Yokoyama Kazan (1784-1837) - Courtesan procession
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Directory: Antiques: Regional Art: Asian: Japanese: Paintings: Pre 1900: Item # 837306
76-16 Tenno-cho, Okazaki, Sakkyo-ku, Kyoto 606-8335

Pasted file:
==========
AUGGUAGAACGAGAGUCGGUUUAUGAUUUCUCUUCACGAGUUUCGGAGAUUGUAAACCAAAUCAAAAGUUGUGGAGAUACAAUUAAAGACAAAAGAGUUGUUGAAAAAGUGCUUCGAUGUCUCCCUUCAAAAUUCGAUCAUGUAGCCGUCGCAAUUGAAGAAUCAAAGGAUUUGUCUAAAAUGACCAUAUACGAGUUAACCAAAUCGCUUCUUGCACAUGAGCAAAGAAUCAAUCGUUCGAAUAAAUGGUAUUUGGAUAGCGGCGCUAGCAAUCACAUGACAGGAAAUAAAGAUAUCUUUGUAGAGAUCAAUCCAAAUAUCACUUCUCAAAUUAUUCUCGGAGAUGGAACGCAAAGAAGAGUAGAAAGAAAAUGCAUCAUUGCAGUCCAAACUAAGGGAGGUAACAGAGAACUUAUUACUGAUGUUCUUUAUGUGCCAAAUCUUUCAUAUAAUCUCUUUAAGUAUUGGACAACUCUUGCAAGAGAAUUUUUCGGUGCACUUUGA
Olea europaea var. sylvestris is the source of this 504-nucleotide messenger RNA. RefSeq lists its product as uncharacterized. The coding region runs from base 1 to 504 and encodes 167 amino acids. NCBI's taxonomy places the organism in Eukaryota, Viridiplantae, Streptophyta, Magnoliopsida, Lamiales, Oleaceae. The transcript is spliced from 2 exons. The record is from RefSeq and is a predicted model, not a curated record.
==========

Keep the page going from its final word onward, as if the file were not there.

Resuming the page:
|Yokoyama Kazan (1784-1837) was a pupil of both Kishi Ganku (1749-1838, founder of the Kishi school) and Matsumura Goshun (1752-1811, founder of the Shijō school). He amalgamated the styles of both men in his paintings though with a noticeable leaning toward the softer and more lyrical tones of Goshun. Kazan was a brilliant transitional artist and his works evoke the increasingly fluid and creative disposition of the later Edo period. This six-fold screen depicts the promenade of a stately courtesan and her entourage making their way from their living quarters to an appointed house to meet with clients. Kazan has all but dispensed with a background, allowing the ladies to flow undisturbed along a softly washed ground. The figures are bold in both size and their increasing individualism. The high ranking courtesan on the right is attempting to lead her retinue onwards though the younger girls have become distracted by the brilliance of spring. The girl at the far left appears to be chasing a butterfly, her enthusiasm drawing two of her peers. The child attendant in the foreground is similarly distracted by the blooming wildflowers. Rather than reprimanding the girls the courtesan looks back with a sense of affection that could well be out of touch with her general disposition. The screen is in its original format. Re-mounting will be necessary to account for the worm damage, which is particularly noticeable in the lower third of the far left hinge. Utilizing the existing paper to re-back these areas will achieve excellent results. The painted areas are in very good condition. Very light staining in the upper fields will reduce significantly with washing. Please contact me for further details. The screen stands 60 inches high and measures 124 inches across.|